Thursday, June 19, 2014

Moving from Windows Live Admin Center to Axigen

A few months ago, it was announced that Microsoft will be phasing out Windows Live Admin Center (WLAC) in favor for their premium Office 365 product. A few weeks ago (probably a month or so, really) Microsoft was sending out emails to affected users. From that point forward, I wrote a post about the change, and I even reached out asking for everyone's advice. I was leaning towards a free (but proprietary) solution called Axigen.

Turns out, that's exactly what I went with.

Setting up Axigen

Axigen is actually a company, besides a product. Really, when I say Axigen, I mean the Axigen Mail Server. They offer paid licenses for bigger entities, but for the needs of me (and by extension, Techman's World), the free license works just fine.

If you download Axigen and install it without a license, you are automatically given a free 30 day trial, where you can evaluate the product with just about everything unlimited. If you sign up before you download Axigen (the correct way), you will be emailed a free license key that is renewed every year. It does have some limitations, which are explained on their website.

Installing Axigen

Installing Axigen is quite easy (in my opinion). Their downloads page offers binaries/packages for Windows Server, and most Linux distributions. I specifically used their .deb 64 bit package, because I was installing this on a VPS with Debian 7 (64 bit). The same package can be used on a few Ubuntu releases, as well as Debian6 (at the time of this post). Really, chances are that whatever server OS you are running, Axigen has support for it.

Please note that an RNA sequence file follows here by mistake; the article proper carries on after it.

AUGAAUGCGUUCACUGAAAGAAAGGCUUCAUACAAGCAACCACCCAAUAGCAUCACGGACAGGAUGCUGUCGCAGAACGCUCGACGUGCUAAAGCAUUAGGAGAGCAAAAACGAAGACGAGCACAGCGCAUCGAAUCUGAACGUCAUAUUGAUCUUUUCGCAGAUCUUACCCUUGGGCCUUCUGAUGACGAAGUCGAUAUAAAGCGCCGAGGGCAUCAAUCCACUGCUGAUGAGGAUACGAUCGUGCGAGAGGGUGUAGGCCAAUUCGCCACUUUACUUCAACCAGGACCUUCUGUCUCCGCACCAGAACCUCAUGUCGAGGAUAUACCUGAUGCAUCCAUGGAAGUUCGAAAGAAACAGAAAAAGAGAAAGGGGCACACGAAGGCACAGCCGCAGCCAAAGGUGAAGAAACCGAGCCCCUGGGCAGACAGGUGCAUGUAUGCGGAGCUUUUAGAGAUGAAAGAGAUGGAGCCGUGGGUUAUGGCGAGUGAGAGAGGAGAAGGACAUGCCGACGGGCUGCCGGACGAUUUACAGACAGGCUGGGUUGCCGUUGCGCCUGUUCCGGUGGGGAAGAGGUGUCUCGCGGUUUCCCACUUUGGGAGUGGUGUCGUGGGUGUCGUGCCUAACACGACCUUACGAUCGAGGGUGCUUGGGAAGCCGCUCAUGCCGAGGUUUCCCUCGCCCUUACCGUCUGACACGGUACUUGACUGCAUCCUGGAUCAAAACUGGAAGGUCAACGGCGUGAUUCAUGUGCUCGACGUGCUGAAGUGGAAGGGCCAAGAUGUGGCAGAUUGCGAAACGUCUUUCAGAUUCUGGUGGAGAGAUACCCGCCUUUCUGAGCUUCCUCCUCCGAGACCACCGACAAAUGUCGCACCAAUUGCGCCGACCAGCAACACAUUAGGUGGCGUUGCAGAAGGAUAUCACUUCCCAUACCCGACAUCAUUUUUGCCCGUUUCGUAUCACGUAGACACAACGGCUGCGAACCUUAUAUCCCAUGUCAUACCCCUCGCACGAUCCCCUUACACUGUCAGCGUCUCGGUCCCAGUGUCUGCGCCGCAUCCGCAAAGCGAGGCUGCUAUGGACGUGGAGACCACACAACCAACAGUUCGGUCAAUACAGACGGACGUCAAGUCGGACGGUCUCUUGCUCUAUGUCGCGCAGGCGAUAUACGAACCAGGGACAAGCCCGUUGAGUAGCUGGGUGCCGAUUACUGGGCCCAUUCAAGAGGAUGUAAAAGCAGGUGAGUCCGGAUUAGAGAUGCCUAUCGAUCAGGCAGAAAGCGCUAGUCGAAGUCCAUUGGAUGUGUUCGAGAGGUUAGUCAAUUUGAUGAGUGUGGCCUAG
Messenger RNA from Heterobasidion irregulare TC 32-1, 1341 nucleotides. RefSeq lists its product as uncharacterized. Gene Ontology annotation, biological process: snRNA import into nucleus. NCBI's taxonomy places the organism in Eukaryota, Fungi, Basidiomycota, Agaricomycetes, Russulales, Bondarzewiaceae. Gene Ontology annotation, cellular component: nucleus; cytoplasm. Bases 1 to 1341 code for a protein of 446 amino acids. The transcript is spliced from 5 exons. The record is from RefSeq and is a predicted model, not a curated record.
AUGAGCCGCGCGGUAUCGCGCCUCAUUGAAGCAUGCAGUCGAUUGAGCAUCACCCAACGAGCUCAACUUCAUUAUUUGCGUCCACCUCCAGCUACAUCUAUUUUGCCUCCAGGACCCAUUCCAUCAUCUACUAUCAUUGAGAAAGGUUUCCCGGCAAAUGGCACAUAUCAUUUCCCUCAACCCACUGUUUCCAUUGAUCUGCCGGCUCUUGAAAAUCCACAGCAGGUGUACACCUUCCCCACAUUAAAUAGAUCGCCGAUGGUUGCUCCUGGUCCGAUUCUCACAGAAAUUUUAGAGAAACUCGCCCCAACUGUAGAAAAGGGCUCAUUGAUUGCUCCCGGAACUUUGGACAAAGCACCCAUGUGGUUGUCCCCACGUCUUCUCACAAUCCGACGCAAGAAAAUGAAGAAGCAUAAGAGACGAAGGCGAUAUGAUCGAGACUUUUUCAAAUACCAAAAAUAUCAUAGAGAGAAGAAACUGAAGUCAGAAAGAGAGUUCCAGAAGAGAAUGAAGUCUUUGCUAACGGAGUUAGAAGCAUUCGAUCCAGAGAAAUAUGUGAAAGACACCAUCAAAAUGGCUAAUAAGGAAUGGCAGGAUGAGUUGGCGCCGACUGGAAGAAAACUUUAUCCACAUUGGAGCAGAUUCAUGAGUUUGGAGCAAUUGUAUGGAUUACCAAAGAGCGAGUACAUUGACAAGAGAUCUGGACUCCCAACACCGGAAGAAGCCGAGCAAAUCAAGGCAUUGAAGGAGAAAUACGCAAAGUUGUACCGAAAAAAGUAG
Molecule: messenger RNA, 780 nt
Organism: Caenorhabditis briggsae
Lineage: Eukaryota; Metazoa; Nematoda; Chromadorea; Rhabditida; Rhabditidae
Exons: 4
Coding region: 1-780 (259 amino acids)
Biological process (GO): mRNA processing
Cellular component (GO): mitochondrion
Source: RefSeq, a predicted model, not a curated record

Installing Axigen using their Debian package was straightforward. You have to install their package as root, so running sudo sh <axigen file name> will start the installer. The first thing you will see is the prompt to read the license agreement. You can go ahead and read the entire agreement (I always recommend you do), but if you wish you can press ENTER to just see the first chunk of the license, and then press "q" to quit the license viewer. Type "yes" in the prompt asking if you agree to the license, and you'll be on you way.

After accepting the license, you'll see a few options while installing. You can go ahead and install Axigen, or you can view documentation etc. If all is good, installation will be rather quick and afterwards you'll have instructions on how to configure Axigen for the first time, and how to start the Axigen mail daemon when done configuring.

More to come...

I'll write more about Axigen once I get to use it a bit more in depth. In the mean time, I'll just send some emails :P. If you want to send me a message, hit me up.